Saturday, February 9, 2013

Ed Sullivan, February 9, 1964

So, you may have heard of this day before, kids.

LEGENDARY in Rock history.

(No, seriously!)

(And for the sake of historical accuracy, I will admit that when you talk to MOST people, they will tell you it was the day the Beatles Appeared On the Ed Sullivan Show. Which cheered everyone up immensely from the assassination of President John F.Kennedy, which had occurred that previous November.  The Friday before Thanksgiving.  Imagine national shock and mourning.  Plus, there were only 2 tv channels.  A bleak winter indeed.)

But for Monkee fans, it was the day that Davy first performed live on national TV.

Once upon a time, if you wanted to see who was the biggest and best act, you had to wait until a Sunday night, and then crowd your whole family around something called a television set and turn on something called "The Ed Sullivan Show".  From the years of 1948-1971, it was THE variety show to be on if you were an up and coming performer.  Everyone appeared on that show, and it was known for cutting Elvis-the-Pelvis off at the hip, and for making the Rolling Stones sing a song called "Let's Spend Some Time Together"  (instead of "Let's Spend the Night Together").

Davy Jones appeared as the Artful Dodger, a role he was performing 8 times a week on Broadway.  He originated the role there, and got a Toy Nomination for Best Actor Featured in a Musical.  Originally, the show "Oliver!" had started out in London in the West End.  Eventually, the production was  made into a movie in 1968.   There was also the book, Oliver Twist, written by Charles Dickens.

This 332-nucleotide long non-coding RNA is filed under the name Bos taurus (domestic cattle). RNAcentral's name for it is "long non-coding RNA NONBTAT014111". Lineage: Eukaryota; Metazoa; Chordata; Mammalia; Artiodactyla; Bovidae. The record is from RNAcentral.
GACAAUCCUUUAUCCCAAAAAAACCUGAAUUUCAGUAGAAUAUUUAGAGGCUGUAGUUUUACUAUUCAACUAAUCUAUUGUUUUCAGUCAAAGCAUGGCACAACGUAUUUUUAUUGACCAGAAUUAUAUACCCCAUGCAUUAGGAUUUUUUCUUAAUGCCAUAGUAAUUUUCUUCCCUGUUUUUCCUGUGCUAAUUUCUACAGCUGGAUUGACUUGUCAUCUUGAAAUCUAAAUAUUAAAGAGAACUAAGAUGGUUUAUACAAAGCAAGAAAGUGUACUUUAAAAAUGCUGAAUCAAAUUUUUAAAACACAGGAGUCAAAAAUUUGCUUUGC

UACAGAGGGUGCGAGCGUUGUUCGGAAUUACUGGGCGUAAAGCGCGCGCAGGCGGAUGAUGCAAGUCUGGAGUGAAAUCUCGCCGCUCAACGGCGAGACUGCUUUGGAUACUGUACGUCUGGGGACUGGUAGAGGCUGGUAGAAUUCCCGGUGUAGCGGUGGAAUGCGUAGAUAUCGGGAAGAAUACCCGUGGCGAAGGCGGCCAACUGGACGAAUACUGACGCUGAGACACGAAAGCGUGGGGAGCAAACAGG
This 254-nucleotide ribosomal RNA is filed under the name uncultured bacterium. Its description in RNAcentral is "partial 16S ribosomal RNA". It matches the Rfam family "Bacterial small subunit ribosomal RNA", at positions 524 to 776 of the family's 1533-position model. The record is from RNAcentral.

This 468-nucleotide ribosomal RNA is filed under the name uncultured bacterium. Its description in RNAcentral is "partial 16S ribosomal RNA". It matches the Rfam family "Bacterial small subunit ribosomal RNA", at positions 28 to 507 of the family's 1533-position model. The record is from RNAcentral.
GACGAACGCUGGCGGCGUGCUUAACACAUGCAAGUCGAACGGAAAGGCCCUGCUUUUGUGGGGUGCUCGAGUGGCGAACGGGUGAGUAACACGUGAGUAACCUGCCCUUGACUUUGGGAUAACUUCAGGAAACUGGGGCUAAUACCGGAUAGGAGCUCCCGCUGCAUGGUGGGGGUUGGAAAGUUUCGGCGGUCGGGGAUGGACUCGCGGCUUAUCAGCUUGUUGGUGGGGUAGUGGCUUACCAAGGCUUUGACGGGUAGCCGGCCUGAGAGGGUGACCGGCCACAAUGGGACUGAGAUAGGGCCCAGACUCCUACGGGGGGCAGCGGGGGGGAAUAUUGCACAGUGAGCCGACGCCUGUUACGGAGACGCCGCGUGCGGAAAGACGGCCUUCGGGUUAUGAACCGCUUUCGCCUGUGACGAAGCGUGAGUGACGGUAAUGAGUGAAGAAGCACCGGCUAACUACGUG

Watch Davy perform "I'll Do Anything"!!!

So the funny thing is, the number is called: "I'd Do Anything"  (Lyrics here.)

The song in particular was about a pickpocket who was teaching a bunch of kids how to work for him.  And here they are essentially pledging loyalty.

The rest of the story goes that although his number went over well, it could not match the screaming reception that the Beatles got from their fans.  DJ remembered watching from the wings and thinking that he needed to get in on that.  And then Judy Garland took him to the roof and pointed to all of Manhattan and told him that the city was his.  (See his bio).

The song's title seems prophetic for a young man of talent and ambition.  I wonder what associations he made with that performance and his later career.  Based on contemporaneous interviews with those who had known him, he was a gracious performer who was always willing to give a full performance (no matter how many people in the audience) and often stayed after the concert until the last fan got an autograph.  Be careful what you wish for. ;)

Full Links:

DJ's Performance:

Lyrics to "I'd Do Anything"

Oliver movie:

Ed Sullivan Show

Oliver Twist Novel

Charles Dickens

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